Human infestation with bird mites in Wollongong

This article published in Communicable Diseases Intelligence Volume 27, No 2, June 2003 reports on a case of bird mite infestation which occurred in Wollongong in mid-December 1996.

Page last updated: 30 June 2003

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Charles R Watson1

Introduction | Case report | Discussion | References


This is a report of a case of bird mite infestation which occurred in Wollongong in mid-December 1996. The individual suffered hundreds of bites, most of which were marked by itchy red papules 3-4 mm in diameter. Tiny mobile parasites (< 1 mm) collected from the skin and adjacent bedroom wall were identified as bird mites from the family Gamasidae, most probably from the genus Ornithonyssus. The source of the infestation was a starling nest under the eaves adjacent to the bedroom. The report summarises the ways bird mite bites can be distinguished from other insect and arachnid bites. If bird mite infestation is not correctly diagnosed, families who attempt to repeatedly treat it as if it were lice or scabies may incur considerable expense until the source of infestation is eliminated. Commun Dis Intell 2003;27:259-261.


Bites from insects and mites can cause individuals considerable discomfort, and if the infestation is not accurately identified and treated, the episode may prove very disruptive and expensive for a family. A case of bird mite infestation is presented in order to highlight the diagnostic issues surrounding this relatively uncommon cause of bites in humans. Bird mites are arachnids, and like spiders they have eight legs and a combined abdomen and thorax. They can easily be distinguished from spiders because the head and thorax-abdomen are fused to form an oval body, whereas in spiders the head is clearly separated from the thorax-abdomen. The most common bird mites found in Australia are the red poultry mite (Dermanyssus) and the northern fowl mite (Ornithonyssus).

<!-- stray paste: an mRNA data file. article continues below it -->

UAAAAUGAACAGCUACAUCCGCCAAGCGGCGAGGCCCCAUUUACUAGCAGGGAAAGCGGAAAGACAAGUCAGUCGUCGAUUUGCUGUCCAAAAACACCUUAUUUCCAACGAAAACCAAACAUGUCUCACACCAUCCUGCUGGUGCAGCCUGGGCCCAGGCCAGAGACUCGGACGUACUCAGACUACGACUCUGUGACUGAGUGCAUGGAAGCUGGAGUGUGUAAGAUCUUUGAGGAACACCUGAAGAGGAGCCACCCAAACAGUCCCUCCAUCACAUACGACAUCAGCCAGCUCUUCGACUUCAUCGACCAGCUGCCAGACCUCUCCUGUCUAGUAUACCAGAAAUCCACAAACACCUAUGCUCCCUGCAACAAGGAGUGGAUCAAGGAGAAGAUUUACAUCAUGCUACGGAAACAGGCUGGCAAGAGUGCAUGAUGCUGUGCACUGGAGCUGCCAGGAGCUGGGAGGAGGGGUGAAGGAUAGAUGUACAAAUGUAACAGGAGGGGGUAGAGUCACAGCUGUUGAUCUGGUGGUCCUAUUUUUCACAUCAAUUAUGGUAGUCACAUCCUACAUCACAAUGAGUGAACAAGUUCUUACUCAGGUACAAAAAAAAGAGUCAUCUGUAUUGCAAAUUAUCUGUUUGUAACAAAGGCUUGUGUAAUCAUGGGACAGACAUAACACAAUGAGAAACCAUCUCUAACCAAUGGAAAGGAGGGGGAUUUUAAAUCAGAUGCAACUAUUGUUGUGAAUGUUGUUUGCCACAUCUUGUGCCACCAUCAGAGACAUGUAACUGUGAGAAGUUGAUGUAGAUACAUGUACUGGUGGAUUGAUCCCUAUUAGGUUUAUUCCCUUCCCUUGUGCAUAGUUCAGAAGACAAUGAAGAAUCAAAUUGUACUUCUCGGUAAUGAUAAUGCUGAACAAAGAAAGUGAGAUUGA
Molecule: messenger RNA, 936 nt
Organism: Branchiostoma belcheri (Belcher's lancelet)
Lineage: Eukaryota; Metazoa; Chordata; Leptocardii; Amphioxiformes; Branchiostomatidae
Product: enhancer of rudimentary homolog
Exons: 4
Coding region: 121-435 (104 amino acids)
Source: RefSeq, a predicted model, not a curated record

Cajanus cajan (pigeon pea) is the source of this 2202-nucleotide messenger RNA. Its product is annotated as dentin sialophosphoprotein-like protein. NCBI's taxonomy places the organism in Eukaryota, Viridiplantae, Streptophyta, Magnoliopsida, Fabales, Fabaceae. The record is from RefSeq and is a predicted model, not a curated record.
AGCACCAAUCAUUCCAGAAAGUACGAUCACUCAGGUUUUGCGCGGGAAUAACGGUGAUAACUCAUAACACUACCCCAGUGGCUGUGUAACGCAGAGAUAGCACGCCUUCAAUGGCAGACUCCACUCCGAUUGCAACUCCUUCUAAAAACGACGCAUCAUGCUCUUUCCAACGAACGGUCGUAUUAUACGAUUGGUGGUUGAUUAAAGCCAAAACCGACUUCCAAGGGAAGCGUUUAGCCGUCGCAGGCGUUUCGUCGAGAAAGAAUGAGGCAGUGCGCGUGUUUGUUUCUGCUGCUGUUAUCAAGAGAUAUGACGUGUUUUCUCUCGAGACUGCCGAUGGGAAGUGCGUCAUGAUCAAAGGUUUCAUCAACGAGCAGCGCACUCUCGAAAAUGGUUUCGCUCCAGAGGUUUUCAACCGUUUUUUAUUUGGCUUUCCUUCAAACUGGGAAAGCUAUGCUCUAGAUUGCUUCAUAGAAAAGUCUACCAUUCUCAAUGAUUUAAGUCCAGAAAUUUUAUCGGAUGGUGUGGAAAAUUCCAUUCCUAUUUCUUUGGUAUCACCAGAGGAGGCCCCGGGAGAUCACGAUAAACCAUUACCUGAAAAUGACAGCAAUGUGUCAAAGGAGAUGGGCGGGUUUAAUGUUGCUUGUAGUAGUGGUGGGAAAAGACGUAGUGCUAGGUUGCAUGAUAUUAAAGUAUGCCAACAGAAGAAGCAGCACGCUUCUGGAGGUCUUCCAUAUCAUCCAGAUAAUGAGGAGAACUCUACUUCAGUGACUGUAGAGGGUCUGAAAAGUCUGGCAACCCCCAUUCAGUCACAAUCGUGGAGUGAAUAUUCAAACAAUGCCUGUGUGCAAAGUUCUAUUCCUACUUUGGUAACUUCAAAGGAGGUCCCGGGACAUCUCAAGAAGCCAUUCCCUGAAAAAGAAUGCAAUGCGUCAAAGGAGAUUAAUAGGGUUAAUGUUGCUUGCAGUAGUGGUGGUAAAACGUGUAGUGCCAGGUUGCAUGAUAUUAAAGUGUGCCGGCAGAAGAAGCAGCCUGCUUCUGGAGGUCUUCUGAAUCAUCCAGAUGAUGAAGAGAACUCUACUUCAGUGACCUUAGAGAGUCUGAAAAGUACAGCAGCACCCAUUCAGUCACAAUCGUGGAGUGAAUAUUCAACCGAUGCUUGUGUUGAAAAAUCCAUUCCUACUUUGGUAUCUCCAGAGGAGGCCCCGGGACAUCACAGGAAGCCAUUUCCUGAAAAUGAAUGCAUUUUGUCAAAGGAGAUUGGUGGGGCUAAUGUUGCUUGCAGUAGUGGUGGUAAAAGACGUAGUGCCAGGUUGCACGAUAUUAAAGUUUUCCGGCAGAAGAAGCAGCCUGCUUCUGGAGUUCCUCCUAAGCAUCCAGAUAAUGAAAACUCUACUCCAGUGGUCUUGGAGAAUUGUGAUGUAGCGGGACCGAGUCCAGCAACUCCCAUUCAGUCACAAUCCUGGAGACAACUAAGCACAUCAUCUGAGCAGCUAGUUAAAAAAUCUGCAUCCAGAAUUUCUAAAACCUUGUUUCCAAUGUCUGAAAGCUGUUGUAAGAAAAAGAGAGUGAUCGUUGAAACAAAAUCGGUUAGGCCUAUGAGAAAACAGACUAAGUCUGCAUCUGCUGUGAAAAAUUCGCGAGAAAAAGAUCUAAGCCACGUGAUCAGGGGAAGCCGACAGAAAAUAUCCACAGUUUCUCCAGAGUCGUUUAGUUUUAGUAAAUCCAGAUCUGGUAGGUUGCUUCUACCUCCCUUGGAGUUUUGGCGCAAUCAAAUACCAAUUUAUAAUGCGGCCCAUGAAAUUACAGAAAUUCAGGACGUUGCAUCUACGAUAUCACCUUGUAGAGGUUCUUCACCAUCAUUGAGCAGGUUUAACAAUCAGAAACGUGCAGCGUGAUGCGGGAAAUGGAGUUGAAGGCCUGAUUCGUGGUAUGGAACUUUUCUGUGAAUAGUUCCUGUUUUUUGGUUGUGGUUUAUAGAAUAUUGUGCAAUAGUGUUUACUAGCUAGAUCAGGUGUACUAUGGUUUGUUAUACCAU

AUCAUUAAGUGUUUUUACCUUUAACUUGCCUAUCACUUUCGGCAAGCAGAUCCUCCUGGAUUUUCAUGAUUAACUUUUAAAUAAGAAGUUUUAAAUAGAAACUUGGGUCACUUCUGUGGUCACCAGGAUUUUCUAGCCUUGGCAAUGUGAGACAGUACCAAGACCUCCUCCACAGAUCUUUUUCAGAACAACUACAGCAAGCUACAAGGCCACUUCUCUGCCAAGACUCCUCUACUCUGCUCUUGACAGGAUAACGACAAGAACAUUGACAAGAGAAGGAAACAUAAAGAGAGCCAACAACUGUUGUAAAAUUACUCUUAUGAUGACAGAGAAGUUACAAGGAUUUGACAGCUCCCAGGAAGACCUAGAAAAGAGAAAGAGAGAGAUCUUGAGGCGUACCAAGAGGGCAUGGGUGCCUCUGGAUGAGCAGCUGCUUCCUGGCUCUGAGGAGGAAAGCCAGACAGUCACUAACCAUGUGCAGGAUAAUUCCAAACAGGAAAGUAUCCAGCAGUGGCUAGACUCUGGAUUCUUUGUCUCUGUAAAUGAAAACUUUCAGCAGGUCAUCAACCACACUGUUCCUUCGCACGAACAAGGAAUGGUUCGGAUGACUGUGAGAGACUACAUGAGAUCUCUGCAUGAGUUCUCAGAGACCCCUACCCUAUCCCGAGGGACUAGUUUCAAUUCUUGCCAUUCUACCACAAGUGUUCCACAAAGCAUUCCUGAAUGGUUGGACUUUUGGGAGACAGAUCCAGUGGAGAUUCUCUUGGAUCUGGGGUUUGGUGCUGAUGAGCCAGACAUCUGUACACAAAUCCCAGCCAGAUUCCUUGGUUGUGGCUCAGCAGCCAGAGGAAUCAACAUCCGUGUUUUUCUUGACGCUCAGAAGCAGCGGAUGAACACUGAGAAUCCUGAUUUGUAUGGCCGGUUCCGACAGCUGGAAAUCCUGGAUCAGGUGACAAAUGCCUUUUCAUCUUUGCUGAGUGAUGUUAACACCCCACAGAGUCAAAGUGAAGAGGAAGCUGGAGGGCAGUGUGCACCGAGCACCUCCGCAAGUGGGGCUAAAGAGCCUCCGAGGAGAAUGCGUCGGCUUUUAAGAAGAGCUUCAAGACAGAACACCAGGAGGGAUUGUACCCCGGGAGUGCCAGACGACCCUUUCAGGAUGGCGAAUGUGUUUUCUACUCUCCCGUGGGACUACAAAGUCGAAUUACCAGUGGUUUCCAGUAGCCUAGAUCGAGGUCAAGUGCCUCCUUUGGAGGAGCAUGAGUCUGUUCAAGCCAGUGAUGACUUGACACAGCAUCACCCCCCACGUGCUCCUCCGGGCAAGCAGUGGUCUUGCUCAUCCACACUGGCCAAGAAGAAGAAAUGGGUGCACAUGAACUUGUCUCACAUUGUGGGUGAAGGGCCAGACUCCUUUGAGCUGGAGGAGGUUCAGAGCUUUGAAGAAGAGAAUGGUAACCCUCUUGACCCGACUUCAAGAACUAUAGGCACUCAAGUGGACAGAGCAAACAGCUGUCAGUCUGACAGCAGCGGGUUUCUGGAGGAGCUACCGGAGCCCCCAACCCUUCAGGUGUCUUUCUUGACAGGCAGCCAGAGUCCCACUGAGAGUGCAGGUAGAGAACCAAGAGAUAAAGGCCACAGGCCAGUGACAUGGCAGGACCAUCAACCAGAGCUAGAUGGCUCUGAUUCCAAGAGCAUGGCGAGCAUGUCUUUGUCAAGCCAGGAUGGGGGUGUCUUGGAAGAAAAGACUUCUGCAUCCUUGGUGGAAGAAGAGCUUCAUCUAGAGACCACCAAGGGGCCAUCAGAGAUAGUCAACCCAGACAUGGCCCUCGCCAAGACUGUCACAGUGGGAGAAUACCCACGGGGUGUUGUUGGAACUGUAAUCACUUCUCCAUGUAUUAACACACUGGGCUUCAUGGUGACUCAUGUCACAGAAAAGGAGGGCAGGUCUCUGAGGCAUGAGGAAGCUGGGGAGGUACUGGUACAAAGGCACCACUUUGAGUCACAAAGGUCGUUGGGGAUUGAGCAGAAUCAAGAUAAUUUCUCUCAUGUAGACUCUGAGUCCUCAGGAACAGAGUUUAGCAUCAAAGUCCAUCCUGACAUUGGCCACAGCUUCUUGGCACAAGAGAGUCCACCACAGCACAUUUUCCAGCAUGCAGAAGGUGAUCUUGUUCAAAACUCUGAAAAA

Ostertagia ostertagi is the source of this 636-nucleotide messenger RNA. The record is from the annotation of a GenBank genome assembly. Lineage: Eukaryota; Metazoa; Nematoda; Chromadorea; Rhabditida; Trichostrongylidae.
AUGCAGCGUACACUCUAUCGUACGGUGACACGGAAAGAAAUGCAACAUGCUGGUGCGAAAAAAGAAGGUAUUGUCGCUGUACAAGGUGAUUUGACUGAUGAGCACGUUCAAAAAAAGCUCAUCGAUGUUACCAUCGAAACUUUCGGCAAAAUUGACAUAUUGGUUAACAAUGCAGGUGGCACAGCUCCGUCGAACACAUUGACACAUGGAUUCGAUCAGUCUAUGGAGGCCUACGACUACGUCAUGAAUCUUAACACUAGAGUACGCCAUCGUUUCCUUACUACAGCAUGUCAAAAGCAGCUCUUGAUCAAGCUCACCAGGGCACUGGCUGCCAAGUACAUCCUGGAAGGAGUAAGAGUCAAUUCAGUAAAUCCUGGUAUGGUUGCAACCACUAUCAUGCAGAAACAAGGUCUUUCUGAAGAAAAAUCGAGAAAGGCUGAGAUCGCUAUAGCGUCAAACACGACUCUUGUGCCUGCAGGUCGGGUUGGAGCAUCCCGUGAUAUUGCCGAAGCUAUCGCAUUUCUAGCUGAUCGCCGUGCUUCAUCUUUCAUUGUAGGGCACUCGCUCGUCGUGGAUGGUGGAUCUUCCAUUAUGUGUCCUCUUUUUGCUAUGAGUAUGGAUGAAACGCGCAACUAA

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Case report

The infestation was experienced by the author, who was at the time a resident of East Corrimal, a suburb of Wollongong in New South Wales. On two successive nights in mid-December 1996, the author was repeatedly woken by very itchy bites around the axilla, trunk and groin, as well as formication (the sensation of ants crawling over the skin) on the face. An initial search did not reveal any visible cause of the bites, but on the morning following the second evening of bites, the author found a number of tiny animals (< 1 mm) crawling on the anterior thigh. These animals were collected with transparent adhesive tape and later examined with a microscope. At this time, 24 hours after the attack began, there were about 50 obvious bites on the body, most of which were marked by red papules 3-4 mm in diameter.